I’m trespassing in unknown territory here. While I have a unique necklace to present, I know very little about it. So this blog is all speculation based solely on my 25 years of experience.
In Venice, I was walking to a bead shop near St. Pantaleon Church, set in a small plaza on a canal. There was also an antique shop in the plaza. I spent some time looking in its windows, discovering several treasures which impassioned me. Recall how I love hunting for interesting beads and you’ll understand how I wanted to pounce on a necklace and a bracelet in that shop window. It was closed. Later, I thought.
The bead shop had beautiful local glass beads made in Murano which I was pleased to purchase and thrilled the prices were close to what I pay for them in the USA. I sauntered back to the antique shop. Still closed. I was to make two more trips until I could enter the shop.
I looked at all their jewelry butsettled on to the two I zeroed in on earlier in the day: for myself I bought a pearl necklace with a front closure similar to the one I am presenting to my readers plus a honey yellow glass bead bracelet with this orange and brass dangle.
Once I arrived home on May 8, I placed the bracelet on my work table. On June 10, I finished the necklace. I had purchased a strand of giant Baroque* pearls last October. I removed the clasp and centerpiece unit from the bracelet, strung the pearls and voila, a Venetian Memory!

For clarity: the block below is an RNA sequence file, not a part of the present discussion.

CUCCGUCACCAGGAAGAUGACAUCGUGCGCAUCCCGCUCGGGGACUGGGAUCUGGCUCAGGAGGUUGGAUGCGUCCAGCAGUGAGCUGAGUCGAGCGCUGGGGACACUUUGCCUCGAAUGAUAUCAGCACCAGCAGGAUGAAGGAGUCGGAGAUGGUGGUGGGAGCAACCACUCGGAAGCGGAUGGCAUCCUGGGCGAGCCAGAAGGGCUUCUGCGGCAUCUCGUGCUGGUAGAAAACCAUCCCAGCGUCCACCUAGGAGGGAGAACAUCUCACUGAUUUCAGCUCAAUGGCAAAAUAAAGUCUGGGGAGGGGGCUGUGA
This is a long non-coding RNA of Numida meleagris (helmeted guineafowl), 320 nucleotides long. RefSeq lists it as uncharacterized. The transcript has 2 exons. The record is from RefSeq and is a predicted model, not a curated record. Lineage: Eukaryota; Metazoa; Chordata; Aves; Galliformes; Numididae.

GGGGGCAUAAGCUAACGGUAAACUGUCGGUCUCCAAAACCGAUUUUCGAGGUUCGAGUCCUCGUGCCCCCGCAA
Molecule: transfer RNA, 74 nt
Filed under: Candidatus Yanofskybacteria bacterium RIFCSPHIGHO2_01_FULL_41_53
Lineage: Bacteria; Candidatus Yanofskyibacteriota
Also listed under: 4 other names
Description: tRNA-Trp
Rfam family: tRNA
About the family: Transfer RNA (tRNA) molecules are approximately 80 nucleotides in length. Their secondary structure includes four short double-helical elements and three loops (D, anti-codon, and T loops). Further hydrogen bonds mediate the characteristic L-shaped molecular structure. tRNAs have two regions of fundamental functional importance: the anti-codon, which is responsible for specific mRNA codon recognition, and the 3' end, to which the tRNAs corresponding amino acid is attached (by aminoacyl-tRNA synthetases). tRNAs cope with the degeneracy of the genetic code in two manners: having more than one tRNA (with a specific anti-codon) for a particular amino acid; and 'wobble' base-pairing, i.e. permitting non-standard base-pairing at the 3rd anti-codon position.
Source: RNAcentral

The clasp/centerpiece is a gold-colored brass of excellent craftmanship with 6 orange glass cabochons bezeled in place with filigree work on top and bottom. This circular piece is attached to another brass circle with a 1950-style flower soldered on to it. Quite a remarkable example of workmanship.
The necklace consists of two pricey components—the pearls and the clasp/centerpiece. 20″ of pearls which range from 14-17 mm each (one inch is 25.4 mm) and a clasp/centerpiece (meant to be worn in front) which is 2″ long. $149.
*Baroque pearls are natural freshwater pearls featuring unique markings, imperfections, irregularities and subtle beige coloration unevenly marked.
A MAX MOMENT
This is one of Max’s most endearing traits as he calms down as he approaches 15 months: when he jumps on my bed, he takes a big mouthful of the throw into his mouth, brings both paws beside his mouth and gets a contented look. It’s his “blankie”, his security blanket!